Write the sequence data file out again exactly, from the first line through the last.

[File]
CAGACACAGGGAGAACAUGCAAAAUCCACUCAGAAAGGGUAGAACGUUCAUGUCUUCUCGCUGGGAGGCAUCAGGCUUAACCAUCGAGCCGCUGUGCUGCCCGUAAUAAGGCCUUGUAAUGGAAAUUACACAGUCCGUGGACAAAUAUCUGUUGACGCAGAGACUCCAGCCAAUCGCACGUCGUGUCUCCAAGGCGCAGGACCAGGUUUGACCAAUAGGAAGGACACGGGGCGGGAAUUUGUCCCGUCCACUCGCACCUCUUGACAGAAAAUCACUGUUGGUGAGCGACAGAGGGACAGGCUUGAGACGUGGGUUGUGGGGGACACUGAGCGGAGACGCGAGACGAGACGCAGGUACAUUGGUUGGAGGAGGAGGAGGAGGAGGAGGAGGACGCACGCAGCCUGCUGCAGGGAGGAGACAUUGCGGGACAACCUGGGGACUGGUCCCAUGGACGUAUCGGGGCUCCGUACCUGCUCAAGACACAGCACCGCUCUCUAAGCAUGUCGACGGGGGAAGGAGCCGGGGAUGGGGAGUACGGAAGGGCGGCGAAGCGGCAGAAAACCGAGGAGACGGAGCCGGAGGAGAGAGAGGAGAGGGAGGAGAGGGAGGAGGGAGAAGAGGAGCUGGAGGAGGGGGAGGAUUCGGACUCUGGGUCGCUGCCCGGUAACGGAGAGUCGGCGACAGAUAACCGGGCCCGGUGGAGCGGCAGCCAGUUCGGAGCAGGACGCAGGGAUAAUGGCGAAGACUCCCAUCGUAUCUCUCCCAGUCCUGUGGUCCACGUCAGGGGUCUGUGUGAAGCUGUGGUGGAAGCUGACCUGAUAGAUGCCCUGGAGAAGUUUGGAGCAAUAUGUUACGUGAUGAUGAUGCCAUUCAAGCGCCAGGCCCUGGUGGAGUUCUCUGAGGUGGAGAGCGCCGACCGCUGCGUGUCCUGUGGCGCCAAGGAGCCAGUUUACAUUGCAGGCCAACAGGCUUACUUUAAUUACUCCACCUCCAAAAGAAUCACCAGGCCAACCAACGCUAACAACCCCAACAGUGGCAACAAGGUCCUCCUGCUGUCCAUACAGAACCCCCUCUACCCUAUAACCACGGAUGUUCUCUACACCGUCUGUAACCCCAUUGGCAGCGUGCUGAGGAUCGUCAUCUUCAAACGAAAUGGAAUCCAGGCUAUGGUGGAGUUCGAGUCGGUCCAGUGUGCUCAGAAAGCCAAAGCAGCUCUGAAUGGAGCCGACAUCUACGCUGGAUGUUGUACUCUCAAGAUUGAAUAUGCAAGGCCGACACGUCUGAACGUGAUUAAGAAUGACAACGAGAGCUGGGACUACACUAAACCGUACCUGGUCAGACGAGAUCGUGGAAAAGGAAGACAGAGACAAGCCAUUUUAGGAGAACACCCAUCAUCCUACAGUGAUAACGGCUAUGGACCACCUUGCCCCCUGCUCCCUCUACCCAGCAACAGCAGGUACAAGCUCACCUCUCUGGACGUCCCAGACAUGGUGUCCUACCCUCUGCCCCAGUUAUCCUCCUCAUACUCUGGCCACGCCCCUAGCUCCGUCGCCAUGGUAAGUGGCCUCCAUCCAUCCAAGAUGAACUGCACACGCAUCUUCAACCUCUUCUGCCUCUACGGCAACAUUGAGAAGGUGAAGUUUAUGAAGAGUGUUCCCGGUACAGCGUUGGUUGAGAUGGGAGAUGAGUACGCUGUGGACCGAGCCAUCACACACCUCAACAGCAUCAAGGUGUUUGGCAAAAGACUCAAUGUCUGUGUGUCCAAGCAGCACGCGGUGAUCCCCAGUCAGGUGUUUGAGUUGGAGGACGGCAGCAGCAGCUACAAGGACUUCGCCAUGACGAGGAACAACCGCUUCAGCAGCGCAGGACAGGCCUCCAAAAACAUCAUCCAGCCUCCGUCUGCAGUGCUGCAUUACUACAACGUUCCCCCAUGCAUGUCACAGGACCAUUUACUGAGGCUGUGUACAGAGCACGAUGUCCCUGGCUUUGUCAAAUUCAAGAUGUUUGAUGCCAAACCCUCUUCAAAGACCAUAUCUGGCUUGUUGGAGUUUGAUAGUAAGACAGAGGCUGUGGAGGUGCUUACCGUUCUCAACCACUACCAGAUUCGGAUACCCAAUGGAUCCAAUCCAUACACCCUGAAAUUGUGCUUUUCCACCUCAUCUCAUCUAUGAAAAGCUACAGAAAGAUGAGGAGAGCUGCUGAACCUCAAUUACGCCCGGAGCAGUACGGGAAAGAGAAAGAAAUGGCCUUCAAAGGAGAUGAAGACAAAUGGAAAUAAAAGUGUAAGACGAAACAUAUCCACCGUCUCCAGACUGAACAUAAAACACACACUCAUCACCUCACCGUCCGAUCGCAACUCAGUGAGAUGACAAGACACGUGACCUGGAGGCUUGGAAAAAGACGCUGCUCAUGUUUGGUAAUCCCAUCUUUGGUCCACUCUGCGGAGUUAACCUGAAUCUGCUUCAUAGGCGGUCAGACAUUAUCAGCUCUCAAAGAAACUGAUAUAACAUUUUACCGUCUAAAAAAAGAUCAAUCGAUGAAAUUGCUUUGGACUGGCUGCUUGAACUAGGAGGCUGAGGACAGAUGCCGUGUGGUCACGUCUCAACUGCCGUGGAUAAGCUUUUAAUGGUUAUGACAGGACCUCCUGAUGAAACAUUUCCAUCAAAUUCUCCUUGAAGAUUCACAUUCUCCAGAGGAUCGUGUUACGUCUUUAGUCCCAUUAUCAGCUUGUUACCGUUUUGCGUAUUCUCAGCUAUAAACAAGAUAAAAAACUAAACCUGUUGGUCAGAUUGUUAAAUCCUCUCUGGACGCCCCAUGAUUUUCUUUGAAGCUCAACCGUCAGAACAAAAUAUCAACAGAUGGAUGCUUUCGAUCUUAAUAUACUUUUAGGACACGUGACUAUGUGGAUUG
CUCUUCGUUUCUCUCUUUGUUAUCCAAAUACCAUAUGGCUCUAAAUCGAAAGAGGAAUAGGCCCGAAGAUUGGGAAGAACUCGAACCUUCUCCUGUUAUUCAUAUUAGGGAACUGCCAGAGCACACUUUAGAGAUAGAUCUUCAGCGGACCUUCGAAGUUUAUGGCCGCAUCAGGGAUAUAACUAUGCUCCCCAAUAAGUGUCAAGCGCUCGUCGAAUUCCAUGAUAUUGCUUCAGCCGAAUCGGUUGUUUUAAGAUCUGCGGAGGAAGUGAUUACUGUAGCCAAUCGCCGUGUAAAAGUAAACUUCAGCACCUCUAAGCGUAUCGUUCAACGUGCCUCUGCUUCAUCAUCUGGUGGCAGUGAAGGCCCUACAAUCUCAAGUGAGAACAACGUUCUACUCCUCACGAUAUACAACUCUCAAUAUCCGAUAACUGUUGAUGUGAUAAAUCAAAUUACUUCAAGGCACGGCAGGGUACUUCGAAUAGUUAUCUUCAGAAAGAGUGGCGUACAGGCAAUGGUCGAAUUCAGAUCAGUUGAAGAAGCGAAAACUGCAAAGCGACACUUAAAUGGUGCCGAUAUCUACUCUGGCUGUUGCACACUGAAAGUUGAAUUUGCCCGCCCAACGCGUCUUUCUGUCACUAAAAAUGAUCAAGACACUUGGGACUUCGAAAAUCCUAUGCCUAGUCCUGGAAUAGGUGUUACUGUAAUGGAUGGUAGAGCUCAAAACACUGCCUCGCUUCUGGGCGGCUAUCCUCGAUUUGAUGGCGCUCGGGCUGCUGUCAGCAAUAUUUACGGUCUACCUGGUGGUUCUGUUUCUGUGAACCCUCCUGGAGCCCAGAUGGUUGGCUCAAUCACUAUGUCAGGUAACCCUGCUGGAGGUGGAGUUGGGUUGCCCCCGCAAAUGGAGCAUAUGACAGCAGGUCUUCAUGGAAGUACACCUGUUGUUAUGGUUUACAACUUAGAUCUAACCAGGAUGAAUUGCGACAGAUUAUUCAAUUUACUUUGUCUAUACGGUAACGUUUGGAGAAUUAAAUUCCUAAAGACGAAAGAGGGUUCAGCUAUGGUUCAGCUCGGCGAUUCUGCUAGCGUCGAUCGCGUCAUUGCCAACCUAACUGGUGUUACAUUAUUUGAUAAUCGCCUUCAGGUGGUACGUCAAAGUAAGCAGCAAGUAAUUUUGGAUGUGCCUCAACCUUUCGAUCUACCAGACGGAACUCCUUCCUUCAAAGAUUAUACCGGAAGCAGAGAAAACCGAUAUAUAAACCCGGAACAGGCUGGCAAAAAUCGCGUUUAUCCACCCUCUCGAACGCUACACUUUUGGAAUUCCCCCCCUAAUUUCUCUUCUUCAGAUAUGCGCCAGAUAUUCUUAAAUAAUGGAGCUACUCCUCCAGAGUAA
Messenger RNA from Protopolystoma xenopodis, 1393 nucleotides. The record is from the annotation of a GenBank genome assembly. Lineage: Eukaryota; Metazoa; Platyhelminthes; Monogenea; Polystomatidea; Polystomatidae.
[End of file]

CAGACACAGGGAGAACAUGCAAAAUCCACUCAGAAAGGGUAGAACGUUCAUGUCUUCUCGCUGGGAGGCAUCAGGCUUAACCAUCGAGCCGCUGUGCUGCCCGUAAUAAGGCCUUGUAAUGGAAAUUACACAGUCCGUGGACAAAUAUCUGUUGACGCAGAGACUCCAGCCAAUCGCACGUCGUGUCUCCAAGGCGCAGGACCAGGUUUGACCAAUAGGAAGGACACGGGGCGGGAAUUUGUCCCGUCCACUCGCACCUCUUGACAGAAAAUCACUGUUGGUGAGCGACAGAGGGACAGGCUUGAGACGUGGGUUGUGGGGGACACUGAGCGGAGACGCGAGACGAGACGCAGGUACAUUGGUUGGAGGAGGAGGAGGAGGAGGAGGAGGACGCACGCAGCCUGCUGCAGGGAGGAGACAUUGCGGGACAACCUGGGGACUGGUCCCAUGGACGUAUCGGGGCUCCGUACCUGCUCAAGACACAGCACCGCUCUCUAAGCAUGUCGACGGGGGAAGGAGCCGGGGAUGGGGAGUACGGAAGGGCGGCGAAGCGGCAGAAAACCGAGGAGACGGAGCCGGAGGAGAGAGAGGAGAGGGAGGAGAGGGAGGAGGGAGAAGAGGAGCUGGAGGAGGGGGAGGAUUCGGACUCUGGGUCGCUGCCCGGUAACGGAGAGUCGGCGACAGAUAACCGGGCCCGGUGGAGCGGCAGCCAGUUCGGAGCAGGACGCAGGGAUAAUGGCGAAGACUCCCAUCGUAUCUCUCCCAGUCCUGUGGUCCACGUCAGGGGUCUGUGUGAAGCUGUGGUGGAAGCUGACCUGAUAGAUGCCCUGGAGAAGUUUGGAGCAAUAUGUUACGUGAUGAUGAUGCCAUUCAAGCGCCAGGCCCUGGUGGAGUUCUCUGAGGUGGAGAGCGCCGACCGCUGCGUGUCCUGUGGCGCCAAGGAGCCAGUUUACAUUGCAGGCCAACAGGCUUACUUUAAUUACUCCACCUCCAAAAGAAUCACCAGGCCAACCAACGCUAACAACCCCAACAGUGGCAACAAGGUCCUCCUGCUGUCCAUACAGAACCCCCUCUACCCUAUAACCACGGAUGUUCUCUACACCGUCUGUAACCCCAUUGGCAGCGUGCUGAGGAUCGUCAUCUUCAAACGAAAUGGAAUCCAGGCUAUGGUGGAGUUCGAGUCGGUCCAGUGUGCUCAGAAAGCCAAAGCAGCUCUGAAUGGAGCCGACAUCUACGCUGGAUGUUGUACUCUCAAGAUUGAAUAUGCAAGGCCGACACGUCUGAACGUGAUUAAGAAUGACAACGAGAGCUGGGACUACACUAAACCGUACCUGGUCAGACGAGAUCGUGGAAAAGGAAGACAGAGACAAGCCAUUUUAGGAGAACACCCAUCAUCCUACAGUGAUAACGGCUAUGGACCACCUUGCCCCCUGCUCCCUCUACCCAGCAACAGCAGGUACAAGCUCACCUCUCUGGACGUCCCAGACAUGGUGUCCUACCCUCUGCCCCAGUUAUCCUCCUCAUACUCUGGCCACGCCCCUAGCUCCGUCGCCAUGGUAAGUGGCCUCCAUCCAUCCAAGAUGAACUGCACACGCAUCUUCAACCUCUUCUGCCUCUACGGCAACAUUGAGAAGGUGAAGUUUAUGAAGAGUGUUCCCGGUACAGCGUUGGUUGAGAUGGGAGAUGAGUACGCUGUGGACCGAGCCAUCACACACCUCAACAGCAUCAAGGUGUUUGGCAAAAGACUCAAUGUCUGUGUGUCCAAGCAGCACGCGGUGAUCCCCAGUCAGGUGUUUGAGUUGGAGGACGGCAGCAGCAGCUACAAGGACUUCGCCAUGACGAGGAACAACCGCUUCAGCAGCGCAGGACAGGCCUCCAAAAACAUCAUCCAGCCUCCGUCUGCAGUGCUGCAUUACUACAACGUUCCCCCAUGCAUGUCACAGGACCAUUUACUGAGGCUGUGUACAGAGCACGAUGUCCCUGGCUUUGUCAAAUUCAAGAUGUUUGAUGCCAAACCCUCUUCAAAGACCAUAUCUGGCUUGUUGGAGUUUGAUAGUAAGACAGAGGCUGUGGAGGUGCUUACCGUUCUCAACCACUACCAGAUUCGGAUACCCAAUGGAUCCAAUCCAUACACCCUGAAAUUGUGCUUUUCCACCUCAUCUCAUCUAUGAAAAGCUACAGAAAGAUGAGGAGAGCUGCUGAACCUCAAUUACGCCCGGAGCAGUACGGGAAAGAGAAAGAAAUGGCCUUCAAAGGAGAUGAAGACAAAUGGAAAUAAAAGUGUAAGACGAAACAUAUCCACCGUCUCCAGACUGAACAUAAAACACACACUCAUCACCUCACCGUCCGAUCGCAACUCAGUGAGAUGACAAGACACGUGACCUGGAGGCUUGGAAAAAGACGCUGCUCAUGUUUGGUAAUCCCAUCUUUGGUCCACUCUGCGGAGUUAACCUGAAUCUGCUUCAUAGGCGGUCAGACAUUAUCAGCUCUCAAAGAAACUGAUAUAACAUUUUACCGUCUAAAAAAAGAUCAAUCGAUGAAAUUGCUUUGGACUGGCUGCUUGAACUAGGAGGCUGAGGACAGAUGCCGUGUGGUCACGUCUCAACUGCCGUGGAUAAGCUUUUAAUGGUUAUGACAGGACCUCCUGAUGAAACAUUUCCAUCAAAUUCUCCUUGAAGAUUCACAUUCUCCAGAGGAUCGUGUUACGUCUUUAGUCCCAUUAUCAGCUUGUUACCGUUUUGCGUAUUCUCAGCUAUAAACAAGAUAAAAAACUAAACCUGUUGGUCAGAUUGUUAAAUCCUCUCUGGACGCCCCAUGAUUUUCUUUGAAGCUCAACCGUCAGAACAAAAUAUCAACAGAUGGAUGCUUUCGAUCUUAAUAUACUUUUAGGACACGUGACUAUGUGGAUUG
CUCUUCGUUUCUCUCUUUGUUAUCCAAAUACCAUAUGGCUCUAAAUCGAAAGAGGAAUAGGCCCGAAGAUUGGGAAGAACUCGAACCUUCUCCUGUUAUUCAUAUUAGGGAACUGCCAGAGCACACUUUAGAGAUAGAUCUUCAGCGGACCUUCGAAGUUUAUGGCCGCAUCAGGGAUAUAACUAUGCUCCCCAAUAAGUGUCAAGCGCUCGUCGAAUUCCAUGAUAUUGCUUCAGCCGAAUCGGUUGUUUUAAGAUCUGCGGAGGAAGUGAUUACUGUAGCCAAUCGCCGUGUAAAAGUAAACUUCAGCACCUCUAAGCGUAUCGUUCAACGUGCCUCUGCUUCAUCAUCUGGUGGCAGUGAAGGCCCUACAAUCUCAAGUGAGAACAACGUUCUACUCCUCACGAUAUACAACUCUCAAUAUCCGAUAACUGUUGAUGUGAUAAAUCAAAUUACUUCAAGGCACGGCAGGGUACUUCGAAUAGUUAUCUUCAGAAAGAGUGGCGUACAGGCAAUGGUCGAAUUCAGAUCAGUUGAAGAAGCGAAAACUGCAAAGCGACACUUAAAUGGUGCCGAUAUCUACUCUGGCUGUUGCACACUGAAAGUUGAAUUUGCCCGCCCAACGCGUCUUUCUGUCACUAAAAAUGAUCAAGACACUUGGGACUUCGAAAAUCCUAUGCCUAGUCCUGGAAUAGGUGUUACUGUAAUGGAUGGUAGAGCUCAAAACACUGCCUCGCUUCUGGGCGGCUAUCCUCGAUUUGAUGGCGCUCGGGCUGCUGUCAGCAAUAUUUACGGUCUACCUGGUGGUUCUGUUUCUGUGAACCCUCCUGGAGCCCAGAUGGUUGGCUCAAUCACUAUGUCAGGUAACCCUGCUGGAGGUGGAGUUGGGUUGCCCCCGCAAAUGGAGCAUAUGACAGCAGGUCUUCAUGGAAGUACACCUGUUGUUAUGGUUUACAACUUAGAUCUAACCAGGAUGAAUUGCGACAGAUUAUUCAAUUUACUUUGUCUAUACGGUAACGUUUGGAGAAUUAAAUUCCUAAAGACGAAAGAGGGUUCAGCUAUGGUUCAGCUCGGCGAUUCUGCUAGCGUCGAUCGCGUCAUUGCCAACCUAACUGGUGUUACAUUAUUUGAUAAUCGCCUUCAGGUGGUACGUCAAAGUAAGCAGCAAGUAAUUUUGGAUGUGCCUCAACCUUUCGAUCUACCAGACGGAACUCCUUCCUUCAAAGAUUAUACCGGAAGCAGAGAAAACCGAUAUAUAAACCCGGAACAGGCUGGCAAAAAUCGCGUUUAUCCACCCUCUCGAACGCUACACUUUUGGAAUUCCCCCCCUAAUUUCUCUUCUUCAGAUAUGCGCCAGAUAUUCUUAAAUAAUGGAGCUACUCCUCCAGAGUAA
Messenger RNA from Protopolystoma xenopodis, 1393 nucleotides. The record is from the annotation of a GenBank genome assembly. Lineage: Eukaryota; Metazoa; Platyhelminthes; Monogenea; Polystomatidea; Polystomatidae.